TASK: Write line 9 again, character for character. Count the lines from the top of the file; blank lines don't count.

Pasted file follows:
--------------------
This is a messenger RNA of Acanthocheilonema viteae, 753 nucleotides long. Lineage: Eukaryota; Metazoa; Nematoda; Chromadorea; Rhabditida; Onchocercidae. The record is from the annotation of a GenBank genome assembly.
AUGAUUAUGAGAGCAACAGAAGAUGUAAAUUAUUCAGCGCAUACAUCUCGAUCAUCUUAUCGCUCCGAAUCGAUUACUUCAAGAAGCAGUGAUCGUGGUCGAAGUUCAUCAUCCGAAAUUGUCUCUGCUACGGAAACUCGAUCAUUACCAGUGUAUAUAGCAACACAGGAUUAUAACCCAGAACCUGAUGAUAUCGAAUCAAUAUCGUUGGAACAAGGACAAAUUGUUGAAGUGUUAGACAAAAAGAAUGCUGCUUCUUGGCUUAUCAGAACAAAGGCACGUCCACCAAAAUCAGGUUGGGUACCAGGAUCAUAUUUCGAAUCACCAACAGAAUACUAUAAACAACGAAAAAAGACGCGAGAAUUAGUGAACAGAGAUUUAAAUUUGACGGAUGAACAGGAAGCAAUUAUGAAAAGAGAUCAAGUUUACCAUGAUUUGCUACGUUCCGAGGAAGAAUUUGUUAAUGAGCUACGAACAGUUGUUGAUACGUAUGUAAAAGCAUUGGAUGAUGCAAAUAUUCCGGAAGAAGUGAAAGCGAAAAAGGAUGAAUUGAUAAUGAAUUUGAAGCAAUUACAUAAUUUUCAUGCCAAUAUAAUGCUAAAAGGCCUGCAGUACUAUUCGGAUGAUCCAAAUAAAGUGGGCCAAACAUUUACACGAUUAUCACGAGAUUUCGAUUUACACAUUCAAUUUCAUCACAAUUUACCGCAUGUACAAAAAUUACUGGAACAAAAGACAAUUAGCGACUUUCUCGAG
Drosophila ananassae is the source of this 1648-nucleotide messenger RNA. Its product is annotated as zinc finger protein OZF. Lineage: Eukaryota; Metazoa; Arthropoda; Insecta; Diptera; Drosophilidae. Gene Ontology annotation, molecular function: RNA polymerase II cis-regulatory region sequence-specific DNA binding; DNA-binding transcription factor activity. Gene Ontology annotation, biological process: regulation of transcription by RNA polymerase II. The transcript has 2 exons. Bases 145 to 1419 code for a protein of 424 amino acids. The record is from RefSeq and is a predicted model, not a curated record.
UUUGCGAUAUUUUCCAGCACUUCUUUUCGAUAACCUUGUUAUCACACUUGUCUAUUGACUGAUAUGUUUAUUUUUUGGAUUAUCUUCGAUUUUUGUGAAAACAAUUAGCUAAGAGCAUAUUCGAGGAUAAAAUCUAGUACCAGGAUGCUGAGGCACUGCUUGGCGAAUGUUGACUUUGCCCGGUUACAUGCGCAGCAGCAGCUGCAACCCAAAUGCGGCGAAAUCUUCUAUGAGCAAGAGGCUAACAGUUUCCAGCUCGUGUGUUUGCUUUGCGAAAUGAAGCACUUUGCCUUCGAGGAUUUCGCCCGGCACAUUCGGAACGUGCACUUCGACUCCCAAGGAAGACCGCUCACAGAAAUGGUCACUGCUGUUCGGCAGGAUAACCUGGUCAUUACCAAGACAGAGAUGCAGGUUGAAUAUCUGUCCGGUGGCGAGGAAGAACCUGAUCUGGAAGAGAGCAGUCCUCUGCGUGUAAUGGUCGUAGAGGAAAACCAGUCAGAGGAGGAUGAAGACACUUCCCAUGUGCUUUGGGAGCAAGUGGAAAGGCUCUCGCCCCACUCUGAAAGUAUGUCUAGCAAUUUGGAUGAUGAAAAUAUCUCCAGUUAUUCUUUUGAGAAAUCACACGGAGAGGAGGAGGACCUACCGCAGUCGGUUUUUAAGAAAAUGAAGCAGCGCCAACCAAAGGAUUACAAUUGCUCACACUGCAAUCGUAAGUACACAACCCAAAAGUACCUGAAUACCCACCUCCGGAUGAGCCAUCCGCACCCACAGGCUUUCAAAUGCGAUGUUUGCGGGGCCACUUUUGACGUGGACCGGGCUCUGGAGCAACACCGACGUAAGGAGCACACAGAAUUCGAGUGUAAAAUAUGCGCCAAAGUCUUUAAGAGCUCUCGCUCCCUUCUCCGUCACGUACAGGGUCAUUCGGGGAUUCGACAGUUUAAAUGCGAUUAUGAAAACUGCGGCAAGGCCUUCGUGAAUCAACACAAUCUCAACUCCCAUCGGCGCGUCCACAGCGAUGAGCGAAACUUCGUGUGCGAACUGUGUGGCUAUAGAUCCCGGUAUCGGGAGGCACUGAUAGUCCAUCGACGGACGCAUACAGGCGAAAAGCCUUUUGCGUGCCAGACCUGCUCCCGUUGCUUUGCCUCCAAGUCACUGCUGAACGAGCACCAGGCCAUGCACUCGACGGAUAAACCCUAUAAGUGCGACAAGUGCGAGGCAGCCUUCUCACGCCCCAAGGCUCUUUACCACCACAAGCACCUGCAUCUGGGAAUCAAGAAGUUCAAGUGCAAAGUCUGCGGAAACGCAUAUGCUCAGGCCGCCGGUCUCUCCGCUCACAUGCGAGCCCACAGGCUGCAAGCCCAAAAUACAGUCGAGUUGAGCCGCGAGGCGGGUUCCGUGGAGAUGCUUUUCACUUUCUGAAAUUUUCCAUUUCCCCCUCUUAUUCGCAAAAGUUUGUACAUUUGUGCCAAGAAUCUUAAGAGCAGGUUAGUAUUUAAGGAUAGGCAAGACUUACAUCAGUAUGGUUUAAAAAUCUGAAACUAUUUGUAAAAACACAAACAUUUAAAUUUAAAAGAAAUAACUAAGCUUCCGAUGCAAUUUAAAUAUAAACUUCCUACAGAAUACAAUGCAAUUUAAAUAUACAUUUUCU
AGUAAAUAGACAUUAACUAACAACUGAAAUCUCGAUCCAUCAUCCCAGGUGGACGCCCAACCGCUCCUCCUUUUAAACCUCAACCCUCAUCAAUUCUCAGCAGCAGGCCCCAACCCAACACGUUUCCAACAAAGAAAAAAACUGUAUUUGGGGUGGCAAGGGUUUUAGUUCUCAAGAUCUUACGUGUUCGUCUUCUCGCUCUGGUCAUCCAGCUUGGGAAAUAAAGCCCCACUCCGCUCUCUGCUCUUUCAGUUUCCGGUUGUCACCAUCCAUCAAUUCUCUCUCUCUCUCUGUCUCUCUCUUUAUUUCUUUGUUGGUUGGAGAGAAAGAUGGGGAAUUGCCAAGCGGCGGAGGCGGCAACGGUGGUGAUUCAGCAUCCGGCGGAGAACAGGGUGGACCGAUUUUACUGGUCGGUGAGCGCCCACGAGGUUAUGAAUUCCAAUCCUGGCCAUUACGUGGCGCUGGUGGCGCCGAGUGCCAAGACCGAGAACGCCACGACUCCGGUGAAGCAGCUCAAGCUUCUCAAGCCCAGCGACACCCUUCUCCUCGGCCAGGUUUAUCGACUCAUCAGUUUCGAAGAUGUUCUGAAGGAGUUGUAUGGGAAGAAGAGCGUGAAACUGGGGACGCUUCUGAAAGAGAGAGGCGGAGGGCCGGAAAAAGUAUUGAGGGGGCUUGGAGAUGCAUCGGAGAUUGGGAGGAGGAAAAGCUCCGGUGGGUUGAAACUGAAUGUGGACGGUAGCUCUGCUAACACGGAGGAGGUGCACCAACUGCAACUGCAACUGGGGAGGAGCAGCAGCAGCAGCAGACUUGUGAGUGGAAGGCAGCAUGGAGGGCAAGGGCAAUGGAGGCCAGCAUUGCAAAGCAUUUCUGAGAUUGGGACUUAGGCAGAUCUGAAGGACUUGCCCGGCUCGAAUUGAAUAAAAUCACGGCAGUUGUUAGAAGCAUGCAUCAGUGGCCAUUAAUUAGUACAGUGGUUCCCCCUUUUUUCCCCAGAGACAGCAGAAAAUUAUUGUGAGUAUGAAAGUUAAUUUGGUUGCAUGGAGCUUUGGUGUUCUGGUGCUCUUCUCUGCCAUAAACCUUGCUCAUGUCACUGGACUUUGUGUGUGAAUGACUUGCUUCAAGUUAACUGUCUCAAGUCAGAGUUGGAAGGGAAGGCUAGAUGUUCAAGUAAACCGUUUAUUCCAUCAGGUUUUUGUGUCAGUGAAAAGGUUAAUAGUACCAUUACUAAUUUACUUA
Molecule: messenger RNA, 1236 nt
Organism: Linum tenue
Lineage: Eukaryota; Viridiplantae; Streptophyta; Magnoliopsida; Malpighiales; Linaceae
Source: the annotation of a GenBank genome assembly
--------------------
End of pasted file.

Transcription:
Source: the annotation of a GenBank genome assembly